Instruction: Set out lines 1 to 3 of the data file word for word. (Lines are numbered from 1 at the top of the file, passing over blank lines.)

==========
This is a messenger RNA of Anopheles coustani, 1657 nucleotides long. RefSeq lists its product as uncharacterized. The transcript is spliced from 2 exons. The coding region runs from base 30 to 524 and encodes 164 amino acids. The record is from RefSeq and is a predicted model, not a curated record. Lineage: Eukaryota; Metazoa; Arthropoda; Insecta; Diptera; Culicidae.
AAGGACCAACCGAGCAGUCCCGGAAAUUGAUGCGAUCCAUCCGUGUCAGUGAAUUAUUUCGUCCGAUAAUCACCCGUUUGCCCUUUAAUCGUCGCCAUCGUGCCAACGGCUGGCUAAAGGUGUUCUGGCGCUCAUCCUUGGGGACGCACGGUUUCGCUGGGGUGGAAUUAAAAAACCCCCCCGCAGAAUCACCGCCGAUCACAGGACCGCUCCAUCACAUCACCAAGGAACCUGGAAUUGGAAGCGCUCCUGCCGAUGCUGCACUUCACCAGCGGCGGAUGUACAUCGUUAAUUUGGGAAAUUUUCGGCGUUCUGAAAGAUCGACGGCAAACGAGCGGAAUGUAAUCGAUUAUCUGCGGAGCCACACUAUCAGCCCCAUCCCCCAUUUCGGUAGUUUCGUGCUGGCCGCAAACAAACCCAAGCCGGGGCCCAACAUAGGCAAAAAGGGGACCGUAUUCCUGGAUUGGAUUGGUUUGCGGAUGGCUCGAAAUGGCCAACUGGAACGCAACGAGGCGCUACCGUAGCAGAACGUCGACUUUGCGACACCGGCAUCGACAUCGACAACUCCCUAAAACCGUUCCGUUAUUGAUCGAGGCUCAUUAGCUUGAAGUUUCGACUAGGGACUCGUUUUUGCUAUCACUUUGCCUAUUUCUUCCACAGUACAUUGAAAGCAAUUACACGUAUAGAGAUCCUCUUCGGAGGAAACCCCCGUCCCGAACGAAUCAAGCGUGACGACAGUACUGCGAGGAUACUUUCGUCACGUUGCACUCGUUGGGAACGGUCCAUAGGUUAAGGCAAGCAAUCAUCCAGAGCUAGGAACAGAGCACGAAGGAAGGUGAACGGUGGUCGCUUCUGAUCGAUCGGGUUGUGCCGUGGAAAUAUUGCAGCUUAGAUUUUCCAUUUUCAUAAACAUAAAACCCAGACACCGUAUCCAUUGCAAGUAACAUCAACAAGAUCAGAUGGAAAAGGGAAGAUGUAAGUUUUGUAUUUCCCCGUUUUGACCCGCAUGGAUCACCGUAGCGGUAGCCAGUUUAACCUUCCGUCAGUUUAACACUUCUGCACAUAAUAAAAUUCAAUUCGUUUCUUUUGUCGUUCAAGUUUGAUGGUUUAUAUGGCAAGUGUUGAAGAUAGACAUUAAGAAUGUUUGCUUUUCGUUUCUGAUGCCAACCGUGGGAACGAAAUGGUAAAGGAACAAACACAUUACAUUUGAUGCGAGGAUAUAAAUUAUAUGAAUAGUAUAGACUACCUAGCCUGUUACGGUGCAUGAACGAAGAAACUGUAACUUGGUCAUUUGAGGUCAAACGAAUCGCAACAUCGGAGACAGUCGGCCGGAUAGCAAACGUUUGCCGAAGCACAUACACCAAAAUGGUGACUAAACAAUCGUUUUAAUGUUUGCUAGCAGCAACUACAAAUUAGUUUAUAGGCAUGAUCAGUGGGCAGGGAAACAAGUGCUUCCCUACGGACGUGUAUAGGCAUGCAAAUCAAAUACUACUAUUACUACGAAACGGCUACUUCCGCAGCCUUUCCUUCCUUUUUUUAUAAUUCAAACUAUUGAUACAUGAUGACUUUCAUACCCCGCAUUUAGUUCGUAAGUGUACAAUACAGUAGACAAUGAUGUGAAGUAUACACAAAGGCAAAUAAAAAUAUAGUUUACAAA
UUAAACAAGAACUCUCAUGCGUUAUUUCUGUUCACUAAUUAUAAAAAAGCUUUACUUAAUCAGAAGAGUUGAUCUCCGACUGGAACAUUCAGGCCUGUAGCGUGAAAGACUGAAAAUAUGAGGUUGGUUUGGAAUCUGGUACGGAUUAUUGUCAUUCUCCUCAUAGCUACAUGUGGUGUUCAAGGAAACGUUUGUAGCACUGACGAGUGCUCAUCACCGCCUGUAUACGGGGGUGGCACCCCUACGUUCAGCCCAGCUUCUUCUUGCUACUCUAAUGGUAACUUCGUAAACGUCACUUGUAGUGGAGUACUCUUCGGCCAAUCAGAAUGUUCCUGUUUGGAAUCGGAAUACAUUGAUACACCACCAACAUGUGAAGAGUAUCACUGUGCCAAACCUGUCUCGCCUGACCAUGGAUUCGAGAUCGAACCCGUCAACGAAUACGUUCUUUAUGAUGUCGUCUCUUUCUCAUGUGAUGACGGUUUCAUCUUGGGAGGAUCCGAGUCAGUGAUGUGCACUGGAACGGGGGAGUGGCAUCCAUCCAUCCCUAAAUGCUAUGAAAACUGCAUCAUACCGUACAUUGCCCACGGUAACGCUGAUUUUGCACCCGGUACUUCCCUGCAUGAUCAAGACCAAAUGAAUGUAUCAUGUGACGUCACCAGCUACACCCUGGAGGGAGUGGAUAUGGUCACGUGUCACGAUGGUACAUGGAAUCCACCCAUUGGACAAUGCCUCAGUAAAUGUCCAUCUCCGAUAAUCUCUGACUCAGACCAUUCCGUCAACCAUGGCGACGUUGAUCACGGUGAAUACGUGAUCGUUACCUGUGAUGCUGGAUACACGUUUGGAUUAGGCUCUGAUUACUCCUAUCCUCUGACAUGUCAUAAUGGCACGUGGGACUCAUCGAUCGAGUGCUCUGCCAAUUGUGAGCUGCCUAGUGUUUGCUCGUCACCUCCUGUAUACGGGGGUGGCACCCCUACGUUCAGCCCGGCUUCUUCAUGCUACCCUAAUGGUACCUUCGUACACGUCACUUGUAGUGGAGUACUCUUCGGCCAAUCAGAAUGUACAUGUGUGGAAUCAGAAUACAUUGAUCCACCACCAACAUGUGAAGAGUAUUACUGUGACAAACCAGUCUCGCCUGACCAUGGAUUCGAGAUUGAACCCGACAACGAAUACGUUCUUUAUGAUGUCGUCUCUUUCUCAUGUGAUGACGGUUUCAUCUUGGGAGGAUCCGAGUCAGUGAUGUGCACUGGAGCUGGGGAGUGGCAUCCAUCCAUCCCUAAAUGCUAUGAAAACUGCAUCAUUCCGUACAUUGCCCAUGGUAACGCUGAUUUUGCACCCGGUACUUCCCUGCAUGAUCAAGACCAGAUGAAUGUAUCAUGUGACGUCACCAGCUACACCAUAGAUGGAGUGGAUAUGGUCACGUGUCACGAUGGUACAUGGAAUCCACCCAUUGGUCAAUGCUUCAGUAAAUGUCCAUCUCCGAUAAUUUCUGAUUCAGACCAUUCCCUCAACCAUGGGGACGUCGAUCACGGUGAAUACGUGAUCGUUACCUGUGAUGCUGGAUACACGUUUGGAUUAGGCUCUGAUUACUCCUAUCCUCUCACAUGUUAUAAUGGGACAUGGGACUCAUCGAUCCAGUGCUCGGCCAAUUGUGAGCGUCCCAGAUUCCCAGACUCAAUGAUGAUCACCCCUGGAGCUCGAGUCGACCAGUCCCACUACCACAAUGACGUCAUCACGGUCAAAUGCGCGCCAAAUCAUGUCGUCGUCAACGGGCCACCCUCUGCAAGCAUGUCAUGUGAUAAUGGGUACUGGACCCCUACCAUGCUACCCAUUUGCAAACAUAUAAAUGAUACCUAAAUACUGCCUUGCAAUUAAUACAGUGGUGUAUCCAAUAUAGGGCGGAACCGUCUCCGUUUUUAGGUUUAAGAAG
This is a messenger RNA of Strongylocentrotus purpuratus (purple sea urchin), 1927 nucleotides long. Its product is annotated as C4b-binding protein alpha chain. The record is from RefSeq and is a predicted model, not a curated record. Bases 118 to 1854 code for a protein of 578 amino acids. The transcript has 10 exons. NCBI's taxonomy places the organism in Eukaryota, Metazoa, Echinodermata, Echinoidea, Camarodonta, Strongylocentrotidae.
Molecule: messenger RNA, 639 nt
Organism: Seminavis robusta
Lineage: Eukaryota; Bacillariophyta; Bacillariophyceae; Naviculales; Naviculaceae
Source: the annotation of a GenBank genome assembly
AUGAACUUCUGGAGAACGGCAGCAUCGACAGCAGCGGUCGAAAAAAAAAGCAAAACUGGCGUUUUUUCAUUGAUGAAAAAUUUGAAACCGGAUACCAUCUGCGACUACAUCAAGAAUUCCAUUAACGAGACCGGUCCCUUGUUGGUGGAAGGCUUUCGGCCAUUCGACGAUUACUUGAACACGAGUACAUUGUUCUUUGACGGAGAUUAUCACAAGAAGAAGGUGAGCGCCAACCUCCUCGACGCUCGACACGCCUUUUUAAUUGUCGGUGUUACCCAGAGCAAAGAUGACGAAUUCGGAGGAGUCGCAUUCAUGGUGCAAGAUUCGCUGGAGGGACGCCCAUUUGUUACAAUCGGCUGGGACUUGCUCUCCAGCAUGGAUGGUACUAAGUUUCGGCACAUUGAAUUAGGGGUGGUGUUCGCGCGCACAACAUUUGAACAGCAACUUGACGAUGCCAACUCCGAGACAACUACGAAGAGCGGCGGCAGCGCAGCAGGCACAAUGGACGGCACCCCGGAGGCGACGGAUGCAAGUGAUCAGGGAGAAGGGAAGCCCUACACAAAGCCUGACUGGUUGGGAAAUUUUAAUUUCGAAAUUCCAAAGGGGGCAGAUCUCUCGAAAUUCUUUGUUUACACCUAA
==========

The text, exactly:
This is a messenger RNA of Anopheles coustani, 1657 nucleotides long. RefSeq lists its product as uncharacterized. The transcript is spliced from 2 exons. The coding region runs from base 30 to 524 and encodes 164 amino acids. The record is from RefSeq and is a predicted model, not a curated record. Lineage: Eukaryota; Metazoa; Arthropoda; Insecta; Diptera; Culicidae.
AAGGACCAACCGAGCAGUCCCGGAAAUUGAUGCGAUCCAUCCGUGUCAGUGAAUUAUUUCGUCCGAUAAUCACCCGUUUGCCCUUUAAUCGUCGCCAUCGUGCCAACGGCUGGCUAAAGGUGUUCUGGCGCUCAUCCUUGGGGACGCACGGUUUCGCUGGGGUGGAAUUAAAAAACCCCCCCGCAGAAUCACCGCCGAUCACAGGACCGCUCCAUCACAUCACCAAGGAACCUGGAAUUGGAAGCGCUCCUGCCGAUGCUGCACUUCACCAGCGGCGGAUGUACAUCGUUAAUUUGGGAAAUUUUCGGCGUUCUGAAAGAUCGACGGCAAACGAGCGGAAUGUAAUCGAUUAUCUGCGGAGCCACACUAUCAGCCCCAUCCCCCAUUUCGGUAGUUUCGUGCUGGCCGCAAACAAACCCAAGCCGGGGCCCAACAUAGGCAAAAAGGGGACCGUAUUCCUGGAUUGGAUUGGUUUGCGGAUGGCUCGAAAUGGCCAACUGGAACGCAACGAGGCGCUACCGUAGCAGAACGUCGACUUUGCGACACCGGCAUCGACAUCGACAACUCCCUAAAACCGUUCCGUUAUUGAUCGAGGCUCAUUAGCUUGAAGUUUCGACUAGGGACUCGUUUUUGCUAUCACUUUGCCUAUUUCUUCCACAGUACAUUGAAAGCAAUUACACGUAUAGAGAUCCUCUUCGGAGGAAACCCCCGUCCCGAACGAAUCAAGCGUGACGACAGUACUGCGAGGAUACUUUCGUCACGUUGCACUCGUUGGGAACGGUCCAUAGGUUAAGGCAAGCAAUCAUCCAGAGCUAGGAACAGAGCACGAAGGAAGGUGAACGGUGGUCGCUUCUGAUCGAUCGGGUUGUGCCGUGGAAAUAUUGCAGCUUAGAUUUUCCAUUUUCAUAAACAUAAAACCCAGACACCGUAUCCAUUGCAAGUAACAUCAACAAGAUCAGAUGGAAAAGGGAAGAUGUAAGUUUUGUAUUUCCCCGUUUUGACCCGCAUGGAUCACCGUAGCGGUAGCCAGUUUAACCUUCCGUCAGUUUAACACUUCUGCACAUAAUAAAAUUCAAUUCGUUUCUUUUGUCGUUCAAGUUUGAUGGUUUAUAUGGCAAGUGUUGAAGAUAGACAUUAAGAAUGUUUGCUUUUCGUUUCUGAUGCCAACCGUGGGAACGAAAUGGUAAAGGAACAAACACAUUACAUUUGAUGCGAGGAUAUAAAUUAUAUGAAUAGUAUAGACUACCUAGCCUGUUACGGUGCAUGAACGAAGAAACUGUAACUUGGUCAUUUGAGGUCAAACGAAUCGCAACAUCGGAGACAGUCGGCCGGAUAGCAAACGUUUGCCGAAGCACAUACACCAAAAUGGUGACUAAACAAUCGUUUUAAUGUUUGCUAGCAGCAACUACAAAUUAGUUUAUAGGCAUGAUCAGUGGGCAGGGAAACAAGUGCUUCCCUACGGACGUGUAUAGGCAUGCAAAUCAAAUACUACUAUUACUACGAAACGGCUACUUCCGCAGCCUUUCCUUCCUUUUUUUAUAAUUCAAACUAUUGAUACAUGAUGACUUUCAUACCCCGCAUUUAGUUCGUAAGUGUACAAUACAGUAGACAAUGAUGUGAAGUAUACACAAAGGCAAAUAAAAAUAUAGUUUACAAA
UUAAACAAGAACUCUCAUGCGUUAUUUCUGUUCACUAAUUAUAAAAAAGCUUUACUUAAUCAGAAGAGUUGAUCUCCGACUGGAACAUUCAGGCCUGUAGCGUGAAAGACUGAAAAUAUGAGGUUGGUUUGGAAUCUGGUACGGAUUAUUGUCAUUCUCCUCAUAGCUACAUGUGGUGUUCAAGGAAACGUUUGUAGCACUGACGAGUGCUCAUCACCGCCUGUAUACGGGGGUGGCACCCCUACGUUCAGCCCAGCUUCUUCUUGCUACUCUAAUGGUAACUUCGUAAACGUCACUUGUAGUGGAGUACUCUUCGGCCAAUCAGAAUGUUCCUGUUUGGAAUCGGAAUACAUUGAUACACCACCAACAUGUGAAGAGUAUCACUGUGCCAAACCUGUCUCGCCUGACCAUGGAUUCGAGAUCGAACCCGUCAACGAAUACGUUCUUUAUGAUGUCGUCUCUUUCUCAUGUGAUGACGGUUUCAUCUUGGGAGGAUCCGAGUCAGUGAUGUGCACUGGAACGGGGGAGUGGCAUCCAUCCAUCCCUAAAUGCUAUGAAAACUGCAUCAUACCGUACAUUGCCCACGGUAACGCUGAUUUUGCACCCGGUACUUCCCUGCAUGAUCAAGACCAAAUGAAUGUAUCAUGUGACGUCACCAGCUACACCCUGGAGGGAGUGGAUAUGGUCACGUGUCACGAUGGUACAUGGAAUCCACCCAUUGGACAAUGCCUCAGUAAAUGUCCAUCUCCGAUAAUCUCUGACUCAGACCAUUCCGUCAACCAUGGCGACGUUGAUCACGGUGAAUACGUGAUCGUUACCUGUGAUGCUGGAUACACGUUUGGAUUAGGCUCUGAUUACUCCUAUCCUCUGACAUGUCAUAAUGGCACGUGGGACUCAUCGAUCGAGUGCUCUGCCAAUUGUGAGCUGCCUAGUGUUUGCUCGUCACCUCCUGUAUACGGGGGUGGCACCCCUACGUUCAGCCCGGCUUCUUCAUGCUACCCUAAUGGUACCUUCGUACACGUCACUUGUAGUGGAGUACUCUUCGGCCAAUCAGAAUGUACAUGUGUGGAAUCAGAAUACAUUGAUCCACCACCAACAUGUGAAGAGUAUUACUGUGACAAACCAGUCUCGCCUGACCAUGGAUUCGAGAUUGAACCCGACAACGAAUACGUUCUUUAUGAUGUCGUCUCUUUCUCAUGUGAUGACGGUUUCAUCUUGGGAGGAUCCGAGUCAGUGAUGUGCACUGGAGCUGGGGAGUGGCAUCCAUCCAUCCCUAAAUGCUAUGAAAACUGCAUCAUUCCGUACAUUGCCCAUGGUAACGCUGAUUUUGCACCCGGUACUUCCCUGCAUGAUCAAGACCAGAUGAAUGUAUCAUGUGACGUCACCAGCUACACCAUAGAUGGAGUGGAUAUGGUCACGUGUCACGAUGGUACAUGGAAUCCACCCAUUGGUCAAUGCUUCAGUAAAUGUCCAUCUCCGAUAAUUUCUGAUUCAGACCAUUCCCUCAACCAUGGGGACGUCGAUCACGGUGAAUACGUGAUCGUUACCUGUGAUGCUGGAUACACGUUUGGAUUAGGCUCUGAUUACUCCUAUCCUCUCACAUGUUAUAAUGGGACAUGGGACUCAUCGAUCCAGUGCUCGGCCAAUUGUGAGCGUCCCAGAUUCCCAGACUCAAUGAUGAUCACCCCUGGAGCUCGAGUCGACCAGUCCCACUACCACAAUGACGUCAUCACGGUCAAAUGCGCGCCAAAUCAUGUCGUCGUCAACGGGCCACCCUCUGCAAGCAUGUCAUGUGAUAAUGGGUACUGGACCCCUACCAUGCUACCCAUUUGCAAACAUAUAAAUGAUACCUAAAUACUGCCUUGCAAUUAAUACAGUGGUGUAUCCAAUAUAGGGCGGAACCGUCUCCGUUUUUAGGUUUAAGAAG